If you know Angular, this post may give you ideas that you hadn’t encountered before, or helpful background to justify its adoption on your project. If you have no idea what Angular is, read on, because the author will share why it’s so powerful, and then point you to resources that will get you up to speed, quickly.
Only admin users can update the core WordPress code, but other users will get a message saying a new version is available. You may not want to show all users that you are running an out of date WordPress version. In this article, you will learn to hide the update message for all users except Admin users.
We all have enjoyed reading the Head First series of books, and this book, Head First HTML5 Programming, is no different. The authors have kept the content in the book as practical as possible, which means that you will do more coding than reading. Not all features are covered, though.
If you're wondering when you should use eval(), the author has a strong opinion: never. Eval(), which is basically a way to execute arbitrary code from a string or variable, is possibly the most dangerous thing ever. In this article, the author explains why.
This talk from Mike Monteiro at Webstock '13 examines the responsibility of web designers for the impact they have on the world. It's engaging and alarming, and if you're a web designer, it might make you rethink the way you use your work.
Thematic collections of infographics are always interesting for people. Especially if it is somehow related to their field of activity. Recently, the author prepared another collection, this one devoted to the structure of a web page.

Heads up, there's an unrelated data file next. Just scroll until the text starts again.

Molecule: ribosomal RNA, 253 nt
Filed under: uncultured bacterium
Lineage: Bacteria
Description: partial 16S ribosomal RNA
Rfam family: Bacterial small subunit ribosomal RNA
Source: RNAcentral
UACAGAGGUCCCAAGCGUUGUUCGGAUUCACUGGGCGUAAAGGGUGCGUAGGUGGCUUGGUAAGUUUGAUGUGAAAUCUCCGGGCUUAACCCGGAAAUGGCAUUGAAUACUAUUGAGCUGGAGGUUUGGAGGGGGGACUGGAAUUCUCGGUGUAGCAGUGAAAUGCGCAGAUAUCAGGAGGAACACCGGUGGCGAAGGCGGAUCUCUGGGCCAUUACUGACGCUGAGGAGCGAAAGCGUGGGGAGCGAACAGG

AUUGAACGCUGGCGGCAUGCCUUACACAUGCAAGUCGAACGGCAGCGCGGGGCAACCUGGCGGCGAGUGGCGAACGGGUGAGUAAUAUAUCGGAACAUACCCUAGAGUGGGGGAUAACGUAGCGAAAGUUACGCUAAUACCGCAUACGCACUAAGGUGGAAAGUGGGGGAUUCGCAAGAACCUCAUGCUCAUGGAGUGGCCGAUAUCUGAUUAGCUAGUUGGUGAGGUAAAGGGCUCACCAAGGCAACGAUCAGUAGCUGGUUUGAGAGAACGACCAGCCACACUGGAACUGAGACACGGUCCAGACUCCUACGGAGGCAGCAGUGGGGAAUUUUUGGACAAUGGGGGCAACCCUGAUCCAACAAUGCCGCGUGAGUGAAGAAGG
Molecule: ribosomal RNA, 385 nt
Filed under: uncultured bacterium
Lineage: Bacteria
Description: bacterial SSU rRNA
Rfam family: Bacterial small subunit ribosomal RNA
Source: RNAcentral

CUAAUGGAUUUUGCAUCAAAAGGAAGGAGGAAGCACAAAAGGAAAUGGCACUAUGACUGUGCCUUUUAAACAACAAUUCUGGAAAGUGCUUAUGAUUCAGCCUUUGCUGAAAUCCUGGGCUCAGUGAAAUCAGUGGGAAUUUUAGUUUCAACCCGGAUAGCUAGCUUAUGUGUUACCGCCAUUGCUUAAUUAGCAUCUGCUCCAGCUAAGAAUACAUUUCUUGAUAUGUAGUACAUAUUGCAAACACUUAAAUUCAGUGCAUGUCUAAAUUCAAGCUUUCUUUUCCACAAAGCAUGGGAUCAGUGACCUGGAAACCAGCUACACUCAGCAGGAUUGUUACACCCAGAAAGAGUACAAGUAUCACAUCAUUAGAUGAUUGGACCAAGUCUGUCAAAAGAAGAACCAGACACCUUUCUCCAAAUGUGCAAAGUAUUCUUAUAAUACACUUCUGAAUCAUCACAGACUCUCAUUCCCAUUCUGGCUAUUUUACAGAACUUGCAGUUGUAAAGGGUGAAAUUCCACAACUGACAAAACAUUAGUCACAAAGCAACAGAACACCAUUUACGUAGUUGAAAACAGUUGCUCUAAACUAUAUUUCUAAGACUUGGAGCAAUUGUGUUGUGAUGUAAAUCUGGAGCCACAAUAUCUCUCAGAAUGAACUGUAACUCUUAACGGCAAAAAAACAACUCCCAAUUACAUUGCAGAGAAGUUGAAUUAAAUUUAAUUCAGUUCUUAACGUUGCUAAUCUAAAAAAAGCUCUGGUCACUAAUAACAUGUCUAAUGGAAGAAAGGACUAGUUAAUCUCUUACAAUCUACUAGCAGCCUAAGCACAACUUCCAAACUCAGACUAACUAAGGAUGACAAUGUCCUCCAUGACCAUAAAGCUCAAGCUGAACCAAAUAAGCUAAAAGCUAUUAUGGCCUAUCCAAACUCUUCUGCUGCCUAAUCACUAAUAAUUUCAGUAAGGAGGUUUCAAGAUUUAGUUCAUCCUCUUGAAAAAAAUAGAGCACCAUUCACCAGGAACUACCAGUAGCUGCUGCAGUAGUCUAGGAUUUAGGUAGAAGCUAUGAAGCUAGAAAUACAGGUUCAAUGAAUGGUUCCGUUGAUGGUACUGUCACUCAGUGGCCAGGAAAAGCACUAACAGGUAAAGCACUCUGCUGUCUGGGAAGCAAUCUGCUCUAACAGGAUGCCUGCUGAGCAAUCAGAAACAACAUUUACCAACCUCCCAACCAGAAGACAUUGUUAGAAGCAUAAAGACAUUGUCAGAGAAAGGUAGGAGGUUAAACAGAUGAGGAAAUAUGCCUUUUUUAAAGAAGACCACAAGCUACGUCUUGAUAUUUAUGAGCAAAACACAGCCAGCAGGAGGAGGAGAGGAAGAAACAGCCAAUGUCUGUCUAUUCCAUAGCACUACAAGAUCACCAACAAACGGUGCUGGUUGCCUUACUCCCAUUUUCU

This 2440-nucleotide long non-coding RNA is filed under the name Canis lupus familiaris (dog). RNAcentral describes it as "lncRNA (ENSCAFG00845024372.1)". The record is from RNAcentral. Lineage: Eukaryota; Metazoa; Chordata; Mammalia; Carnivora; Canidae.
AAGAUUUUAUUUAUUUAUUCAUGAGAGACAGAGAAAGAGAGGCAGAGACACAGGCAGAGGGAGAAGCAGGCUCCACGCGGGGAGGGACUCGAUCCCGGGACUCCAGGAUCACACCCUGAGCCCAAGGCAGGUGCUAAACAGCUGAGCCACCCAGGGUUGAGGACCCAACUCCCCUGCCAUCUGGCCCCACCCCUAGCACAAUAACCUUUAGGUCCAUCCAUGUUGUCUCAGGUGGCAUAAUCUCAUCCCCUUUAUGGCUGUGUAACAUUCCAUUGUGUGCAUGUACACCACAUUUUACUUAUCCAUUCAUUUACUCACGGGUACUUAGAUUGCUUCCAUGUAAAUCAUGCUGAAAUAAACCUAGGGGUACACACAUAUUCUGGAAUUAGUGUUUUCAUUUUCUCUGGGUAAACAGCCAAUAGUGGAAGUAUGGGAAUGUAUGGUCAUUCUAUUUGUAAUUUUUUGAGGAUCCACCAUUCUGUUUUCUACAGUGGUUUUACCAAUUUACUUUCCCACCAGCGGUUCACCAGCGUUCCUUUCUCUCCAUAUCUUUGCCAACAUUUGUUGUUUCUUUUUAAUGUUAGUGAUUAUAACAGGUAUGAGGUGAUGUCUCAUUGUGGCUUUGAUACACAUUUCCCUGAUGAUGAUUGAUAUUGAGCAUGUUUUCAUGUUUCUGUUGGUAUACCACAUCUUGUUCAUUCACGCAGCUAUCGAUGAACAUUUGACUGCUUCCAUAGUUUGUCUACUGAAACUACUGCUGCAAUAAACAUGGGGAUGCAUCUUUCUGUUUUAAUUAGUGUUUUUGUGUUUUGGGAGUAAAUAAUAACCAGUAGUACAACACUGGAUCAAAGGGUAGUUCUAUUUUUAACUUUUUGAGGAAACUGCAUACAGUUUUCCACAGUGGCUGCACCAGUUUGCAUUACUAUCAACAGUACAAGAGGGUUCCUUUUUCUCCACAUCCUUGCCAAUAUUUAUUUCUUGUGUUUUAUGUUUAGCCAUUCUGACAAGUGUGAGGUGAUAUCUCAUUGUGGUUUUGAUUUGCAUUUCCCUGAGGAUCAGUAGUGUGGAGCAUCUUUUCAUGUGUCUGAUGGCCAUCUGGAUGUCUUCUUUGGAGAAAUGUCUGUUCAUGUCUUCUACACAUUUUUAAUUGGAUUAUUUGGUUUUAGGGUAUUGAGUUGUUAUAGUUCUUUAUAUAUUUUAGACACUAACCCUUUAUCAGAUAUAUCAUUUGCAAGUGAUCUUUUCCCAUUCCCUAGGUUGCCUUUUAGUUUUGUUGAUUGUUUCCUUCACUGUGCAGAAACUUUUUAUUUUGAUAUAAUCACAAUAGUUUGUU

This week, DZone has released its latest Refcard: CSS3 Basics. For those of you interested in digging deeper into CSS3, we decided to dig into the DZone archives and find some of the most popular posts we've had on the topic over the past two years. Here are 10 extra resources for CSS3 Basics!
AngularJS lets you extend HTML’s syntax to express your application’s components clearly and succinctly, and lets you use standard HTML as your main template language. In this detailed tutorial, the author will show you the process of creating almost an entire responsive website with AngularJS.
CodeIgniter is an open source rapid development web application framework for use in building dynamic web sites with PHP. In this article, the author has compiled 10 very useful tutorials to learn to do almost anything with this powerful PHP framework.
CSS Regions, if you don't know, is a specification that Adobe and others have been working on now for nearly two years. Even better, iOS 7 landed support for this last week when it was released. Raymond Camden explains the feature, and its current level of support, here.
A recent post from Faisal Abid at medium.com has compiled a list of seven tips for those who are new to Node.js. He calls it "stuff I wish I knew when I started." The list covers a lot of common pitfalls in Node.js, sometimes with general advice, and sometimes with resources to help you get around problems.